Study Hall

Supported By

Is This Where The Mic Goes? One Guy’s Approaches To Microphones On Instruments & Vocals

There is no "one right and only way" with it comes to mic techniques, but here are some approaches that have proven successful

Here’s a look at the way I use microphones on acoustic guitar, electric guitar, upright bass guitar, electric bass guitar, horns and vocals.

Keep in mind that this is the way I mic these instruments – you should not take it as the “right and only way”. Experiment, listen carefully and try to find “cool sounds” on your own.

Let’s begin with the acoustic guitar. Almost every acoustic guitarist I’ve worked with has had an internal pickup built into his or her instrument. This makes any sound mixers’ life tons easier for two reasons.

One: we can use a direct box (I like Countryman Type 85), which gives us greater gain before feedback than would a microphone.

Two: the pickup is in a fixed position on the instrument, meaning no matter what the person playing the guitar does (flips, stage dives, summersaults), we will get a constant and stable sound source.

Countryman Type 85 DI

If we were using a microphone on a stand, any movement of the player holding the instrument would effect the signal.

Of course I’ve had a few players who did not have a pickup. When this happens I usually use an Audio-Technica ATM63 or Shure SM57, placing it as close to the instrument as possible and aiming it at the top of the sound hole. This provides a good combination of the body and the neck resonance.

The closer the mic is to the center of the sound hole, the more mid range (sustain) and less high end (scratch).

Here’s something else to try. Use both DI (direct box) and a mic. Now the gain on the mic can be turned up without having to worry about it feeding back in the monitors. (Only put the DI in the monitors.) I’ve gotten some pretty big sounding acoustics with this technique.

Let’s move along to the electric guitar. Electric guitarists take pride in their sound and are usually particular about what kind of amplifier they play through, so capturing that sound can be particularly important.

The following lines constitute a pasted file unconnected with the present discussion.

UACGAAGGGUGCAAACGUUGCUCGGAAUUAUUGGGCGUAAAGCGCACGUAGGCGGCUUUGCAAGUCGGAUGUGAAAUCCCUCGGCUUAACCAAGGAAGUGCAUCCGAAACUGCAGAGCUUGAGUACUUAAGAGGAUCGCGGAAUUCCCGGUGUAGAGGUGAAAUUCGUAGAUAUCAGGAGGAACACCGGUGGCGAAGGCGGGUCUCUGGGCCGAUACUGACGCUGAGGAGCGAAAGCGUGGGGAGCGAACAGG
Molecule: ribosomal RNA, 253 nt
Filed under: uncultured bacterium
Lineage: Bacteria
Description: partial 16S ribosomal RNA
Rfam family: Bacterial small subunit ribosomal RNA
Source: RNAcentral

I usually use an ATM63 or SM57 and place it against the grill of the amp, aiming it at the speaker cone.

Looking at a speaker, the center part is called the dust cover (It looks like a little dome), and around that dust cover is the cone section. The cone is the part of the speaker that is vibrating the air to make sound.

Sometimes guitar amps have multiple speakers, so it’s always good to ask guitarists if all their speakers are, first of all, working, and then if the speakers are all getting the same signal.

If they’re running a stereo feed, consider using two mics to capture that effect. I like putting the mic right against the grill if it’s made of some type of fabric.

However, if it’s made of metal, then it’s usually best to place the mic about a quarter of an inch (1/4-inch) away – you probably don’t want the sound of the metal resonating against the mic.

Read More
Working On The Stage Sound—Moving From Mixing House To Monitors

Supported By

Celebrating over 50 years of audio excellence worldwide, Audio-Technica is a leading innovator in transducer technology, renowned for the design and manufacture of microphones, wireless microphones, headphones, mixers, and electronics for the audio industry.